Bottom line: Sell side consensus expectations have become extremely pessimistic which is a positive/bullish contrarian signal for equities.
8. High dividend paying stock valuations: The chart below from LPL Research shows that high-dividend paying stocks have become extremely expensive. This is a logical result of the secular bull market in bonds over the past couple of decades and more lately a reflection of central bank policy and the "search for yield". This is a good example of a potential distortion effect of ultra-easy monetary policy, and is a key risk area. Any signs of higher bond yields or tighter monetary policy will put this sector at risk and there would most likely be spillover effects to the rest of the market. While it's unlikely that bond yields will head structurally rapidly higher at this point, bond yields are prone to spikes e.g. during the 2013 Fed taper tantrum. All it might take is an aggressive Fed statement or the wrong move by the BOJ or ECB to trigger another bond market tantrum.
Bottom line: Low bond yields have pushed valuations to extremes for high dividend paying stocks, this is a risk for the broader market and for yield chasers in particular.
9. Falling number of stocks: This one falls in the interesting category. If you're having trouble finding good stocks to buy one reason may be that the number of stocks trading has fallen to the lowest level since 1984. Those using a straight-line projection in the mid-90's would have been wildly wrong to predict a higher number of stocks trading in the future. I think this reflects a number of trends e.g. lower IPO volume, more private equity, and more M&A. Those 3 factors are generally consistent with a favourable supply environment for equities (thinking about supply of equities vs demand). So perhaps this has been a good thing for the market...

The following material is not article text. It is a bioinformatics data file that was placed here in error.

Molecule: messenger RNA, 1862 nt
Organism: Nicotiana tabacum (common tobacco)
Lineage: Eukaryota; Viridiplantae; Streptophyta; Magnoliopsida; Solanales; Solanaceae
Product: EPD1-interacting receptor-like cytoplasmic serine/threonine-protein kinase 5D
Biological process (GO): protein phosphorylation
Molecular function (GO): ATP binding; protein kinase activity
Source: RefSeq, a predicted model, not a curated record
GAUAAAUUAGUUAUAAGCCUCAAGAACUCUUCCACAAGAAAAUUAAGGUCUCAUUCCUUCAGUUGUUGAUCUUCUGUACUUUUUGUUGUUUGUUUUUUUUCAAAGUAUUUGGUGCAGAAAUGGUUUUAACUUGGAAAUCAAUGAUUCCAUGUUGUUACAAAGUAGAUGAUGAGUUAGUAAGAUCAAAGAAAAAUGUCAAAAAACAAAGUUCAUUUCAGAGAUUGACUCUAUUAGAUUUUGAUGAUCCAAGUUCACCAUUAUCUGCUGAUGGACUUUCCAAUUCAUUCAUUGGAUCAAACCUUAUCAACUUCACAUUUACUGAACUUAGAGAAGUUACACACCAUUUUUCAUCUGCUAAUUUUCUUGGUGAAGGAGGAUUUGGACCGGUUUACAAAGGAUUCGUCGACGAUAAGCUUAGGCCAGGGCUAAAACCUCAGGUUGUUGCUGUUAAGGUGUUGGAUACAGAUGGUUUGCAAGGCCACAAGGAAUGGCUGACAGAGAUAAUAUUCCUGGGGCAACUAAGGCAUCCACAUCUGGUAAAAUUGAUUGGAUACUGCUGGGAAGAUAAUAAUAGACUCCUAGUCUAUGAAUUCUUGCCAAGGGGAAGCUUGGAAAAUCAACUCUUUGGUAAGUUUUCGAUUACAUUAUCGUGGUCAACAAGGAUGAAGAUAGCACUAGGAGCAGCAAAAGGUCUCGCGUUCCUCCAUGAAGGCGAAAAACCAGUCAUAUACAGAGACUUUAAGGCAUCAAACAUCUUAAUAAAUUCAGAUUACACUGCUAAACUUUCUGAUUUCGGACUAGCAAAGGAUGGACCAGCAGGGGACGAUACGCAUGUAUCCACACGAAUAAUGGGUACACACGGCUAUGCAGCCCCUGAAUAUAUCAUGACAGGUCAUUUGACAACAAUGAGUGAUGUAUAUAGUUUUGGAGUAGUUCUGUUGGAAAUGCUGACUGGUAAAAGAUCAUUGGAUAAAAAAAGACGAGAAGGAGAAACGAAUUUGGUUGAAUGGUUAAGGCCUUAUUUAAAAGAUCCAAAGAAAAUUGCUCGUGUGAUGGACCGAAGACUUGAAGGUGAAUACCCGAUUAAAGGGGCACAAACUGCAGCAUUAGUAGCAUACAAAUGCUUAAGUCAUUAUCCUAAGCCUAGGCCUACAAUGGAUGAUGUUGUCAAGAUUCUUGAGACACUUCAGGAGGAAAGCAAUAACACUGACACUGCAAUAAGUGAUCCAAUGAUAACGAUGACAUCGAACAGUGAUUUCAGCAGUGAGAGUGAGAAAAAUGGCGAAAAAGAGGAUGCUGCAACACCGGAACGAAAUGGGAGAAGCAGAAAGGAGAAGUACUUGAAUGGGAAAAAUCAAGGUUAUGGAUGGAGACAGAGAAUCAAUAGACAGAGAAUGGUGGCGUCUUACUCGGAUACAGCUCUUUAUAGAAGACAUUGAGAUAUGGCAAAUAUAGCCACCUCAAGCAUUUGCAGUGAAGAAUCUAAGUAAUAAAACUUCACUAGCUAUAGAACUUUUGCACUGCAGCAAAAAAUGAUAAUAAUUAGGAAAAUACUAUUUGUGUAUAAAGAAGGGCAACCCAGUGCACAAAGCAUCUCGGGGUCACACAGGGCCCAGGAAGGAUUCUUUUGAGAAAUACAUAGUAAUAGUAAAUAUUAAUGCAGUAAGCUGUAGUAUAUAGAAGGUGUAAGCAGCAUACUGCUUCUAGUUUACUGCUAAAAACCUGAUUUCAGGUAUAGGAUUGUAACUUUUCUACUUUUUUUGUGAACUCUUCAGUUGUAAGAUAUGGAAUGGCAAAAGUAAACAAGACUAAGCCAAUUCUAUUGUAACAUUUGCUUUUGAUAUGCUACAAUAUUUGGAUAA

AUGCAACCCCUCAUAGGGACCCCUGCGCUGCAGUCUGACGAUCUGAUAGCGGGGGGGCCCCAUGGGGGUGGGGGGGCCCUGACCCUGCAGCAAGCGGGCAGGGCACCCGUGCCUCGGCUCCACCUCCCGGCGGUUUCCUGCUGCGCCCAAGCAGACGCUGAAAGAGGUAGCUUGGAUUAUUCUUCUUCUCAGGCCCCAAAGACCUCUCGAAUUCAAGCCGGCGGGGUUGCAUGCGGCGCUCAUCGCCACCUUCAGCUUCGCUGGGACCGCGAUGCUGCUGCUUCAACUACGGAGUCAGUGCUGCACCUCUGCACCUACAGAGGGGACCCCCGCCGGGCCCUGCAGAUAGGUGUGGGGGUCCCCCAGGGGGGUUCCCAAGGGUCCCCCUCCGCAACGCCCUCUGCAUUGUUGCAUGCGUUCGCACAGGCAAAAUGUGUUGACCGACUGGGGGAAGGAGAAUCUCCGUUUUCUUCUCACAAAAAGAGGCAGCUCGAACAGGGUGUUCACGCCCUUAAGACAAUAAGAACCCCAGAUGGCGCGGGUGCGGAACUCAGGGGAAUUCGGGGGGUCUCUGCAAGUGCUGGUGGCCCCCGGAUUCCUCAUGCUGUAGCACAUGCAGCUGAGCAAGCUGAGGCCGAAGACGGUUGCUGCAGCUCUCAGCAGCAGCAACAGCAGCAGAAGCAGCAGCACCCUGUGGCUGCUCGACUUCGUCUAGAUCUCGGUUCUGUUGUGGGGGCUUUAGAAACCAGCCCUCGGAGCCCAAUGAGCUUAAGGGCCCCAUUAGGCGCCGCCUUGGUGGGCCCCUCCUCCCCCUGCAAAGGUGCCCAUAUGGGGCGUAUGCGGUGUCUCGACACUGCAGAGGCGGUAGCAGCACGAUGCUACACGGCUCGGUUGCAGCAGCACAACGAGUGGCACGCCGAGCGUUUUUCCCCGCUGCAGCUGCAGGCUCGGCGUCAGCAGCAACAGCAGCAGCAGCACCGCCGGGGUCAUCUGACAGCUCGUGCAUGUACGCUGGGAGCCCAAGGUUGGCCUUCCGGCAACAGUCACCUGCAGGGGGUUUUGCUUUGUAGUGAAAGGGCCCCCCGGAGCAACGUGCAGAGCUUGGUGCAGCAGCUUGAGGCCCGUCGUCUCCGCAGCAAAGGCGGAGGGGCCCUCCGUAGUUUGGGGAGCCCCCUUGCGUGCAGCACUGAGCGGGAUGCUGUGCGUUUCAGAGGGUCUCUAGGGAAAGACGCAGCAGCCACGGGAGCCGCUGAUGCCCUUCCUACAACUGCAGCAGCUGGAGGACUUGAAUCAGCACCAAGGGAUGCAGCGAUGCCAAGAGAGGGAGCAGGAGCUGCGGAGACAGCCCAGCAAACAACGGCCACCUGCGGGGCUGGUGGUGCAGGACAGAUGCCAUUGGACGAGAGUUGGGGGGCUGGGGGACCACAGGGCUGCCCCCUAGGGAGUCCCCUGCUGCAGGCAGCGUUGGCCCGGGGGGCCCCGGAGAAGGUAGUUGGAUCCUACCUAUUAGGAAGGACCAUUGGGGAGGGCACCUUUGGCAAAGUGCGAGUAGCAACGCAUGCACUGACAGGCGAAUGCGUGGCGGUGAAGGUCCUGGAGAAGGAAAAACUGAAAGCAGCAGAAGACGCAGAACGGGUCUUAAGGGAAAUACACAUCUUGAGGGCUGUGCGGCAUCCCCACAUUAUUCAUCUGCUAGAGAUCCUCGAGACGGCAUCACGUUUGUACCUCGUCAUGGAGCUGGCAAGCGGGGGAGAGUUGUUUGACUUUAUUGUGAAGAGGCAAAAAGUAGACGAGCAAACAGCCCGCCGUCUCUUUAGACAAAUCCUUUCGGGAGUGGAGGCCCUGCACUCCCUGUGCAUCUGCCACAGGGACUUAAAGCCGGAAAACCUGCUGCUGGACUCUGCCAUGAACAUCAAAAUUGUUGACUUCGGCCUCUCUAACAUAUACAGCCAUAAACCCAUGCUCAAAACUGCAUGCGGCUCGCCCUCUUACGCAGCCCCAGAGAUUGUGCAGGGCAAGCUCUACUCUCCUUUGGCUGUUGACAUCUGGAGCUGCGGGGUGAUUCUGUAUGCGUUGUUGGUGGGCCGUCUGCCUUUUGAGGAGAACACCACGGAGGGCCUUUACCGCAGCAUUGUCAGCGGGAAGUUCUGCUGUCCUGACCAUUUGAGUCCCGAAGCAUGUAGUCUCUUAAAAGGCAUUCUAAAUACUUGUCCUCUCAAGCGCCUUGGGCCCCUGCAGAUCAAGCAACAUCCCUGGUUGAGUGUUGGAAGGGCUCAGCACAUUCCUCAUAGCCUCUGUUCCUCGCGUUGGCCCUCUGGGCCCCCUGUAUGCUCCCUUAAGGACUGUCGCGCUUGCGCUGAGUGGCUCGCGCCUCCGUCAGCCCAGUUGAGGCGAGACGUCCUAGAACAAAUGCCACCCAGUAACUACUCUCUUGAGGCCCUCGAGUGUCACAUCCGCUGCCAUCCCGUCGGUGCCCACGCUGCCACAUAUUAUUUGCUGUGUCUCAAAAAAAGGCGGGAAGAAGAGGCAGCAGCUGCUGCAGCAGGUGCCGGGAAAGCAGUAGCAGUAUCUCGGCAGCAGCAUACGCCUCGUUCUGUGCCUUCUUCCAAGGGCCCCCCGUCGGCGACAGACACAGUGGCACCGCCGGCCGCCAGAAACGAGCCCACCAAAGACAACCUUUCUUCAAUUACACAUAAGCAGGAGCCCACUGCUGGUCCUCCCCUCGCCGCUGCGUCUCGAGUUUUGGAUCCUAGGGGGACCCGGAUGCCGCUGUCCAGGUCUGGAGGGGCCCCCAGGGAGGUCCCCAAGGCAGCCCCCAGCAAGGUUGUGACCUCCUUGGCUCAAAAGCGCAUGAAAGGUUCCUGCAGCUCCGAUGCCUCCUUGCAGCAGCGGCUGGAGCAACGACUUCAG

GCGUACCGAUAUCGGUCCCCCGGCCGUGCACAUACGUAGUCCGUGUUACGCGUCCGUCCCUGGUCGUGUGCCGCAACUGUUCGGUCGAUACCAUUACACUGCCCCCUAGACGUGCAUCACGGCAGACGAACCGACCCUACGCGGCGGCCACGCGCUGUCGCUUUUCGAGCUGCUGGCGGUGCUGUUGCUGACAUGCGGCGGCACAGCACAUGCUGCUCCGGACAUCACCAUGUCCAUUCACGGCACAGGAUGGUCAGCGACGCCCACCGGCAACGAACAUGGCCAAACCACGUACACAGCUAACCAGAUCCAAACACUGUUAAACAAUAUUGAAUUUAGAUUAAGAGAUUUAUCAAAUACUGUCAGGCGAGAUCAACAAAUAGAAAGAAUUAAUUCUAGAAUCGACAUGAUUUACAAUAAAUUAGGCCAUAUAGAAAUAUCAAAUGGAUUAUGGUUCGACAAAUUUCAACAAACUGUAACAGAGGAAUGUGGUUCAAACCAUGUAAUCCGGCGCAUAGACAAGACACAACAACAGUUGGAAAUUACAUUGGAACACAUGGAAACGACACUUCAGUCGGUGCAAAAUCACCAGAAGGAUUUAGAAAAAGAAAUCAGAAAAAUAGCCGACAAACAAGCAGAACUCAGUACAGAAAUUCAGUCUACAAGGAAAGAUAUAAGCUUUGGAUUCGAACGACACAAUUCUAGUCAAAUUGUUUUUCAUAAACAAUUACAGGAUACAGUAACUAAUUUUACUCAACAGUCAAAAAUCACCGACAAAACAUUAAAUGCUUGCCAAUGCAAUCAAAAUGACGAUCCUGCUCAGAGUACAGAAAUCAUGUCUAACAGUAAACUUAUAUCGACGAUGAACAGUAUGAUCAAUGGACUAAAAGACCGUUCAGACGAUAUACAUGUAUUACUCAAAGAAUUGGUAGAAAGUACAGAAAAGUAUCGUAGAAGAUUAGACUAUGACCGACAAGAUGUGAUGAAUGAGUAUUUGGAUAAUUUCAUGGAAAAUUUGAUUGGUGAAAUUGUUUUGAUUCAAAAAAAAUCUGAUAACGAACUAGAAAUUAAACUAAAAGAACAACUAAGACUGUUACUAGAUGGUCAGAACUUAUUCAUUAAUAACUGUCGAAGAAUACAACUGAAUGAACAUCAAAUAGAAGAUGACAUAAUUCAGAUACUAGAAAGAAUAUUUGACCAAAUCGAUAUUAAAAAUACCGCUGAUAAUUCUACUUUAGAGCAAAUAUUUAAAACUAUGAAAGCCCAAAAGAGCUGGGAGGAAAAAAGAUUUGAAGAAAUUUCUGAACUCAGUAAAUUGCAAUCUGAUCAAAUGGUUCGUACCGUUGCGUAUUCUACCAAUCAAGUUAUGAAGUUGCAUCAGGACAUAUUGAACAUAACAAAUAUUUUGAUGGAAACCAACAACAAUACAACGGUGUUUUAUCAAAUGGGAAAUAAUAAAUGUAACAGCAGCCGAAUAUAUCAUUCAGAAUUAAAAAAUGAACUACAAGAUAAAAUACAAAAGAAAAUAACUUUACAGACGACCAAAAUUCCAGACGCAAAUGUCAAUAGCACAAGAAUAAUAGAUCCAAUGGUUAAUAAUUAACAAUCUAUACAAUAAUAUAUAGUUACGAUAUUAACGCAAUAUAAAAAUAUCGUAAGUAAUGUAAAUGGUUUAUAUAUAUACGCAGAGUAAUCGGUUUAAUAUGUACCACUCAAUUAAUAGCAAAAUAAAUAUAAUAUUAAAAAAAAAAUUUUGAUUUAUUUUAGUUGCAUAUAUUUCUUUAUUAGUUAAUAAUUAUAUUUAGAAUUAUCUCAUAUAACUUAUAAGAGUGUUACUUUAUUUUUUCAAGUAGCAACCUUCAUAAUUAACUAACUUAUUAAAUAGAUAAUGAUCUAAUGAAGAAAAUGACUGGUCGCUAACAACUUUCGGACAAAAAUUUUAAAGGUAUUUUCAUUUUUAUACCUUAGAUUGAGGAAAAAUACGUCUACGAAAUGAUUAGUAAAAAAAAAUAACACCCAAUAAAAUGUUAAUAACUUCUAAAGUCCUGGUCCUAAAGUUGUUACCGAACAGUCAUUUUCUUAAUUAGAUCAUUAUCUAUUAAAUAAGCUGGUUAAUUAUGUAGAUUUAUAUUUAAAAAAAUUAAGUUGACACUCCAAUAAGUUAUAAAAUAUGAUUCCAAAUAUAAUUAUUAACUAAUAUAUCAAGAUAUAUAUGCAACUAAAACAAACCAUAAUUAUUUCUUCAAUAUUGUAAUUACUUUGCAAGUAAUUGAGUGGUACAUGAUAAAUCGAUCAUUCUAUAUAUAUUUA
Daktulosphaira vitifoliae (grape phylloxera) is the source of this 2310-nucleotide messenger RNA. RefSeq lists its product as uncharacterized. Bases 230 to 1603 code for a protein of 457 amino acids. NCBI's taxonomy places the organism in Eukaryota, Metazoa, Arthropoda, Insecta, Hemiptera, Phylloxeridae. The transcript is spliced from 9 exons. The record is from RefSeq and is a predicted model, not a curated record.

Bottom line: The number of stocks in the CRSP database is the lowest since 1984.
10. Election poll spreads vs the market: This one is a bit of "fun with charts" comparing the spread in the presidential election polls to the stockmarket. There is potentially some albeit weak correlation - when the spread is more in favor of Clinton the market is usually headed higher, and vis versa for Trump. Whether this actually reflects market sentiment about the potential policy outlook is up for debate. It's also plausible that a falling market is associated with more fear and negativity, the likes of which would favour an anti-establishment candidate (as we learned in Europe). Of course, as we learned with Brexit, correlations between markets and politics can be nonexistent for a while and then dranmatically existent in an instant, so political risk is still worth thinking about.
Bottom line: There is a weak correlation between the polls and the market, but political risk tends to exert itself dramatically rather than gradually.
So where does all this leave us?
There's probably 2 main themes that came out of this week's charts:
The seasonality aspect was examined from a couple of angles, first on a business day basis and then by month. Whatever way you look at it the worst part of the year is the September-October period. This period is characterised by a generally higher VIX and weakness in the stockmarket. There are exceptions to the rule, particularly when you look at conditional analysis, which would suggest that this year may not be that bad. That said, the overall takeaway on seasonality is that while it's just one factor it warrants a cautious bias over the next few weeks.
2. Risks to keep in mind
Aside from negative seasonality a couple of other risks were highlighted. One is the extreme valuations seen in the high-dividend paying stocks, clearly this one is verymuch reliant on low bond yields and ultra-easy monetary policy. The other one is political risk; aside from the myriad political risks offshore, in the US the presidential election poses risks to sentiment and the policy outlook. Brexit showed us how dramatically political risk can show up. Another short-term risk is the lull in options trading on the VIX, which is a warning sign for a correction.
This week's ChartStorm highlighted a number of risks. Besides the well documented seasonality which is at its worst around this time of the year, other risks include stretched valuations in yield sensistive assets, political risk, and bearish short-term timing indicators. Overall a cautious bias is warranted on equities in the short-term. Of course if it all works to plan, the seasonality identified above could offer the patient or opportunistic investor a nice end to the year.
See also: Weekly S&P500 #ChartStorm - 4 Sep 2016